NASNI Builds Navy's First Submarine Firefighting Trainer
Smoke bellows out the ventilation ducts. The glow of the blazing fire emanates down the passageway. Firefighters move with precision and purpose, pausing to unleash a torrent of water towards the fire as they kneel before it. Such was the scene at the Navy's first submarine firefighting trainer, located at Naval Air Station North Island (NASNI) Oct. 29.
Commander, Navy Installation Command (CNIC) approached Kidde Fire Trainers almost one year ago in response to the incident on the USS Miami, in which a fire caused over $400 million of damage to the submarine.
Numerous issues arose from the incident, primarily firefighter response and the readiness of base firefighters to deal with fighting shipboard fire. The need for additional training resources was identified in order to train base fire departments on what they'll encounter when fighting fires in the tight quarters of a submarine.
Kidde Fire Trainers is scheduled to build three other modular trainers at Naval bases around the country in addition to the NASNI trainer, and has also currently stationed mobile training units at Naval Bases in Kings Bay, Ga. and New London, Conn. The new firefighting trainer at NASNI is the first of the four permanent modular trainers to be built.
The other three trainers purchased by CNIC will be located at Portsmouth, N.H.; Norfolk, Va. and Bangor, Wash. These trainers, located in four different regions, will allow federal firefighters, emergency services and outside agencies access to a proper trainer to increase operational capabilities in the event that a live incident or fire occurs on a ship, said David Salerno, Assistant Fire Chief with Southwest Region Fire and Emergency Services.
"The major problems we have in ships or submarines is figuring out where the fire is internally, figuring out where you are, and being able to deal with the horizontal and vertical passages that aren't typical," said Salerno, who is also the NASNI training center manager and San Diego metro area training officer.
The accuracy of the submarine's representation in the new trainer will provide firefighters the best possible training available. "The way this has been designed with the specifics in it that replicate the interior of a submarine, with submarine hatches, they can drill and train on those specifics and get their skill level up so if they do have to respond in the dockyard they'll be ready for it," said Cumming.
In addition to the hatches, the trainer has scuttles, grates, a galley, a main space, electrical panels, cable trays and simulated wires throughout bulkheads, said Mike Tenney, a captain with Federal Fire Department San Diego stationed at Naval Base Point Loma Fire Station 111.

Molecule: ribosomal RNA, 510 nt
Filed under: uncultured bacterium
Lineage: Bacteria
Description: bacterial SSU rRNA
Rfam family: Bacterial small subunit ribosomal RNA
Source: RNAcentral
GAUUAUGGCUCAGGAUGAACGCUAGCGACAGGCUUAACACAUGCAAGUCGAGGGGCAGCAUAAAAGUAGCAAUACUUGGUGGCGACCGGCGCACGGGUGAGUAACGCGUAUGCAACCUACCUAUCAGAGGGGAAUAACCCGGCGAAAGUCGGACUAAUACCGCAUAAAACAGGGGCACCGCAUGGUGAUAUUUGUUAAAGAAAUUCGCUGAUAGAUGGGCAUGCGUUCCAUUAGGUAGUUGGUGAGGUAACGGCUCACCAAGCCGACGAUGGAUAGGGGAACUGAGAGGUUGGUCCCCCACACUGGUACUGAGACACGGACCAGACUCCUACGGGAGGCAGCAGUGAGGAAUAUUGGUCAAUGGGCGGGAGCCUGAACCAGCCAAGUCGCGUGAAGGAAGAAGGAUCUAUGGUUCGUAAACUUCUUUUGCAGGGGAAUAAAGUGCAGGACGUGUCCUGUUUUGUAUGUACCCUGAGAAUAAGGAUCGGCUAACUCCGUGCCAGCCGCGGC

"This gives our firefighters an opportunity to figure out ahead of time, before they're actually in a real fire, how to navigate their way through a ship," said Salerno. "It provides a large measure of realism that will be taken with each of those firefighters when they go to the real fire."
Tenney, a former damage controlman in the Navy, understands the difficulty of navigating through a ship or submarine without previous shipboard experience.
"A lot of the guys haven't been on ships, they haven't been in the Navy, so this is going to teach them the tactics needed in assisting the ship's crew with shipboard firefighting," Tenney said. "This is going to give great awareness to people that don't have much experience."
When fighting a fire in the dockyard, typically, the ship's force begins the process. They determine where the fire is, set their boundaries, and start the fire attack. However, if they realize they need more resources to deal with the incident, the base fire departments are called in and respond to the situation, said Salerno.
"Now that we have this trainer we have something that's specific to our needs, something we can internally develop training objectives to and then train to those objectives on a schedule that works for us on a regular basis," said Salerno. "It will make us infinitely more effective when we're actually fighting a fire on a ship."
Training in the new facility has already begun, with scenarios designed to push the capabilities of the trainees. Two classes of firefighters completed a two-day course on Oct. 29 and Oct. 31, respectively, to become instructors on the new trainer, familiarizing themselves with the various operations and safety features of the facility.
While the firefighters continue to train and acclimate themselves to the unique challenges of shipboard firefighting, the Navy will reap the benefit of having its base and local fire departments better equipped to handle ship and submarine fires thanks to its new firefighting trainers.
Todd C. Behrman is Mass Communication Specialist 3rd Class, Navy Public Affairs Support Element West